Someone once asked me where I got my vision for womanhood, and I honestly (if not curiously) told him that it had come from times and places I’d never been. It came from wherever good women worked alongside good men civilizing the land, caring for their families, and loving their neighbors. It came from all the true daughters of Eve that have existed in history, literature, and life.

Women like Abigail Adams, Hannah More, Mary Slessor, Amy Carmichael, and Ma Ingalls. Women like Lizzie Bennett, Anne Shirley, Caddie Woodlawn, and Katharine Mary Flannigan. Women like my grandmothers and great-grandmothers. And yet, until my friend asked me that question, I’d never realized how much these Eves had shaped my understanding of what it meant to be a woman–how they modeled what it meant to be fully alive, participating in God’s great work.  

This week, I found another name to add to my list: Mattie Chatham from Wendell Berry’s novel Jayber Crow. She isn’t the central character of the book, but it isn’t a stretch to say that she is its heroine. Bound in marriage to an unreasonable and foolish man, Mattie displays the kind of maturity that separates the women from the girls. The kind of maturity that makes me want to be a better woman myself.

…Mattie Chatham never looked like a woman who was put upon and divided in her loyalties and having a hard time; she didn’t look as though she would have welcomed sympathy, or as thought she needed it. She was not her parents’ child for nothing. She was going about her life, taking her pleasures as she found them, suffering what was hers to suffer, doing what she had to do. She had no air of self-pity or complaint. And this could only have been because, in her own heart, she was not pitying herself or complaining. It was as though her very difficulties had confirmed her sense of herself and her capabilities.

I knew Mattie Chatham a long time, and I never knew her to falsify or misrepresent herself. Whatever she gave you–a look, a question, an answer–was honest. She didn’t tell you everything she knew or thought. She never made reference even by silence to anything she suffered. But in herself she was present. She was present in her dealings with other people. She was right there. She was, to my eye, a good mother who liked and enjoyed her children, leaving them free within limits that both she and they understood…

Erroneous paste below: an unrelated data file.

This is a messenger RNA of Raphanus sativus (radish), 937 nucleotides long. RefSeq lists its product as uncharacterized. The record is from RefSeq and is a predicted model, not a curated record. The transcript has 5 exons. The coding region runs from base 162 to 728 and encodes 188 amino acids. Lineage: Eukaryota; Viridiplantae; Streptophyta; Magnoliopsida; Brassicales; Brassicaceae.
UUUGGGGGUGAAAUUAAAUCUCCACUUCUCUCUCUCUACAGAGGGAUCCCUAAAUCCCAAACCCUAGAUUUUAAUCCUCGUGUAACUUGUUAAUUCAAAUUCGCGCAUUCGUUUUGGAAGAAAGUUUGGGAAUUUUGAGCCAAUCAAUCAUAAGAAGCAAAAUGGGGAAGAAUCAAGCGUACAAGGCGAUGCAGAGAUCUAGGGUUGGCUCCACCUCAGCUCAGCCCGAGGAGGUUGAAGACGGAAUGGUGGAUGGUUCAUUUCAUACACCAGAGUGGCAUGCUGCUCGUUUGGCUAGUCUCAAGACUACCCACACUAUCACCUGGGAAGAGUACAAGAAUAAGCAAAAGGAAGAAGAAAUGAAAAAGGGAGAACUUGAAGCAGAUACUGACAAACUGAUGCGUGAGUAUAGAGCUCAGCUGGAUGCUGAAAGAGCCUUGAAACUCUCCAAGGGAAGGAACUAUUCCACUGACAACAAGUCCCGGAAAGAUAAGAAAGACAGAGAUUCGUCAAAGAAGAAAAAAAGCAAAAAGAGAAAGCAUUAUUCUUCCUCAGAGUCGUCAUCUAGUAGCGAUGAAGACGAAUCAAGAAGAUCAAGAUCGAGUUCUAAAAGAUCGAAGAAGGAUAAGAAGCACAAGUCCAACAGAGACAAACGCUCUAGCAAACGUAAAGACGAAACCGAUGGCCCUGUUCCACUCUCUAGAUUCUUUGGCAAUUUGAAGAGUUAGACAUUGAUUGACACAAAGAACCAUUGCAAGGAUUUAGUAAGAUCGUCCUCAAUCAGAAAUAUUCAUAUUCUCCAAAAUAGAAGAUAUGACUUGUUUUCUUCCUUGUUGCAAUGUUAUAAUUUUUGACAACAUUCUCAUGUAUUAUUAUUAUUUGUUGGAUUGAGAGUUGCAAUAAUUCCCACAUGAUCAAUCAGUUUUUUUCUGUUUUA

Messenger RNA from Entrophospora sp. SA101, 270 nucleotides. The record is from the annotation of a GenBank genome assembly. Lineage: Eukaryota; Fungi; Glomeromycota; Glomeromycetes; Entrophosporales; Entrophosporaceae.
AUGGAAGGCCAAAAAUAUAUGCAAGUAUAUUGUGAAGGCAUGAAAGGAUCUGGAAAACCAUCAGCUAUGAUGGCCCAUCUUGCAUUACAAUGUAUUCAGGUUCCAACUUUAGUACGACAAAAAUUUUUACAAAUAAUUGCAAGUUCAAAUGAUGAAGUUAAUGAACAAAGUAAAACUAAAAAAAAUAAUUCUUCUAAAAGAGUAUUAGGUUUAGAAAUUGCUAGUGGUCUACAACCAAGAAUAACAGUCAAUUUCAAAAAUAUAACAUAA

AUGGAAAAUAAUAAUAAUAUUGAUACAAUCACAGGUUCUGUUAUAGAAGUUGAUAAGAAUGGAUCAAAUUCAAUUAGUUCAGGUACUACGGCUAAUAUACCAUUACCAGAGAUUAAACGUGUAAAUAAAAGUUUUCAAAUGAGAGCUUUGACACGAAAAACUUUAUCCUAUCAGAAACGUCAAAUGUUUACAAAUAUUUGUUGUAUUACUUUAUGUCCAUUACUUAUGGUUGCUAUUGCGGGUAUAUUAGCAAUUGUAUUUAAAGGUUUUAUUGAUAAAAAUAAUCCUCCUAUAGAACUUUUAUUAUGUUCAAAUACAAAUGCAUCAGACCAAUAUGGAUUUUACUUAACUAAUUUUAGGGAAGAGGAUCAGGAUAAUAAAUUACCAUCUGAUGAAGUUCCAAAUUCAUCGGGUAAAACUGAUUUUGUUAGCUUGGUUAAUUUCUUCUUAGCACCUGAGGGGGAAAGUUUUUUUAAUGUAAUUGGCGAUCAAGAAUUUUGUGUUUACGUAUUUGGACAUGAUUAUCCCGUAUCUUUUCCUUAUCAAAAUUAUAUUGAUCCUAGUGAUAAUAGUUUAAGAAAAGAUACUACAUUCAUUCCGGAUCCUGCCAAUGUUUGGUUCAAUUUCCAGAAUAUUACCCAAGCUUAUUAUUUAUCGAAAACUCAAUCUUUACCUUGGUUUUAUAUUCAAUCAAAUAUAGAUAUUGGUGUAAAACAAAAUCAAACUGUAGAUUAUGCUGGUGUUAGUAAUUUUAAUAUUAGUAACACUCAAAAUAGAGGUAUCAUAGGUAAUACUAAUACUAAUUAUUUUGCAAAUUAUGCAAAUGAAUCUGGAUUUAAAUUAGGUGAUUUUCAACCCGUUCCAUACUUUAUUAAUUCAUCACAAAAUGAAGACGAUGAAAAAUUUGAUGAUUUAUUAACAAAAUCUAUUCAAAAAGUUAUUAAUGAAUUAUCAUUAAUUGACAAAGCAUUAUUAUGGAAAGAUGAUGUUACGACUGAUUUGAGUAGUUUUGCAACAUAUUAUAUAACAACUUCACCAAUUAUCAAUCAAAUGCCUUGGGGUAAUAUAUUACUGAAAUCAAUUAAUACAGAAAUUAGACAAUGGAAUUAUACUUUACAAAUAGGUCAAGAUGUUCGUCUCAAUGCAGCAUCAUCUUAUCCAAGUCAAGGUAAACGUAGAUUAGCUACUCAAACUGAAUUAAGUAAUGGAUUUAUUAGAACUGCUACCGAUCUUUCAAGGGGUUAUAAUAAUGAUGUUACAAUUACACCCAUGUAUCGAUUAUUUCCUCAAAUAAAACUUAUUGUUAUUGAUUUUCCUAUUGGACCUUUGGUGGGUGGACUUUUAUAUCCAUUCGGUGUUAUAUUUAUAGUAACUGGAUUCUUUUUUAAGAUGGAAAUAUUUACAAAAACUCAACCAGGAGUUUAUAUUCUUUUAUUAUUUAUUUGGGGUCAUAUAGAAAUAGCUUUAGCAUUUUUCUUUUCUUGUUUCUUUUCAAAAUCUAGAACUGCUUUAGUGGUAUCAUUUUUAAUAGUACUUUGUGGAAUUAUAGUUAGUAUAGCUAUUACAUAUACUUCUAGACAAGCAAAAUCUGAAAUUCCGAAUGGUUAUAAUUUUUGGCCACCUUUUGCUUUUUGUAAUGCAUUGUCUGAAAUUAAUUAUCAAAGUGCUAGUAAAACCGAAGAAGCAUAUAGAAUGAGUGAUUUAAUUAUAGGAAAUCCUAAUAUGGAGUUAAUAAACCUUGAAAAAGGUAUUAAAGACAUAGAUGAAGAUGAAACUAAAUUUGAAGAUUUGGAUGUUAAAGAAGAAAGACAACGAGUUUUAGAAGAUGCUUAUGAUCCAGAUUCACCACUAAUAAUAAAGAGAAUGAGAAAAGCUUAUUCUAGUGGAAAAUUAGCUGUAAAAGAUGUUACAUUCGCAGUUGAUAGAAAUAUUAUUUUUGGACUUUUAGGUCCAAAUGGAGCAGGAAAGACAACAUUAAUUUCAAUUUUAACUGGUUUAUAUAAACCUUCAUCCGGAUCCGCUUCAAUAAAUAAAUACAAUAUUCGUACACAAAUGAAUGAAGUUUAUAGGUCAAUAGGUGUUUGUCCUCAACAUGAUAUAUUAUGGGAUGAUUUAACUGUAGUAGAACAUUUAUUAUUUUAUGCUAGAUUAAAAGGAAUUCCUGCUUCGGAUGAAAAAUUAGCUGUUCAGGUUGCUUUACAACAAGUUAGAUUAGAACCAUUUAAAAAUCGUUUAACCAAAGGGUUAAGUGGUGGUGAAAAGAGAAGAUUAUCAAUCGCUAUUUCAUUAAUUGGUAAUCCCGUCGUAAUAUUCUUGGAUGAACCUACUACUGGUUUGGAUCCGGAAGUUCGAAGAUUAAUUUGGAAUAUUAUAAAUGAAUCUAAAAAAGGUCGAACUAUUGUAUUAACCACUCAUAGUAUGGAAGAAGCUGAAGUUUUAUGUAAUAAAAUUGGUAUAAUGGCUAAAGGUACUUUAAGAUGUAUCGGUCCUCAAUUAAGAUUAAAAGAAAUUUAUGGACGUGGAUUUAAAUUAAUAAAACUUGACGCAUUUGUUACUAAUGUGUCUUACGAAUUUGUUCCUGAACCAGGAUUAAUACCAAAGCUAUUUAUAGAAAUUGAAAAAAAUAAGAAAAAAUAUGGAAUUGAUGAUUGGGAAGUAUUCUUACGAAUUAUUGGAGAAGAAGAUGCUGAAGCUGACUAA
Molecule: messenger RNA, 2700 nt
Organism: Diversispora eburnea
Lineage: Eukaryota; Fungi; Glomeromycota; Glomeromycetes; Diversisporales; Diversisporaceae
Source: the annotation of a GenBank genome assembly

Mattie Chatham, as time went on and the older women [of the church] became less able, had a way of being involved and seeing to things. Her way was quiet and unobtrusive–and effective; she got things done. She was never bossy (as, for instance, Mrs. Pauline Gibbs always was) but was just simply and quietly kind. She certainly made nothing special of me. But when she asked me to do something, she asked clearly knowing that she was putting me to trouble. She would say, “Jayber, would you mind?” And she always thanked me. She was considerate. That was one of the reasons I remained aware of her…

She had come into her beauty. This was not the beauty of her youth and freshness, of which she had had a plenty. The beauty that I am speaking of now was that of a woman who has come into knowledge and into strength and who, knowing her hardships, trusts her strength and goes about her work even with a kind of happiness, serene somehow, and secure. It was a beauty she would always have. (pp.189-191)

How to Debate Vaccines* and Still Come Out a Christian

(*organic food, essential oils, education, health care, immigration, soteriology, eschatology…)

“Baby’s First Shot” Richard Sargent, The Saturday Evening Post, March 3, 1962

If you’ve been paying attention, you’ll know that there have been several outbreaks of measles across the United States recently. Not surprisingly, this has led to vigorous (if not often, one-dimensional) debate about the safety and efficacy of childhood vaccinations. And all I have to say to CNN, FOX, NPR, and every other news outlet that is now covering this story: Y’all are late to the party. We mamas have been debating this for years.

I remember the first time I realized that the questions surrounding vaccines were more than theoretical. I was visiting a friend when she opened her freezer to get some ice. There, sitting next to a chub of frozen hamburger, was a tray of lab vials. When I asked about them, she casually replied, “Oh, those are my kids’ vaccines. I ordered them from XYZ instead of the standard ones. My doctor said he would administer them if I bought them and stored them myself.”

Since then, I’ve watched the vaccine debate play out on blogs, Facebook feeds, and in the corners of church nurseries. And I’ve learned a few things—mostly, that we don’t debate well and that we tend to have an unhealthy relationship with the certainty of our own choices. So in the interest of making the next few weeks easier on all of us, here are some suggestions about how to debate vaccines and still come out a Christian:Continue Reading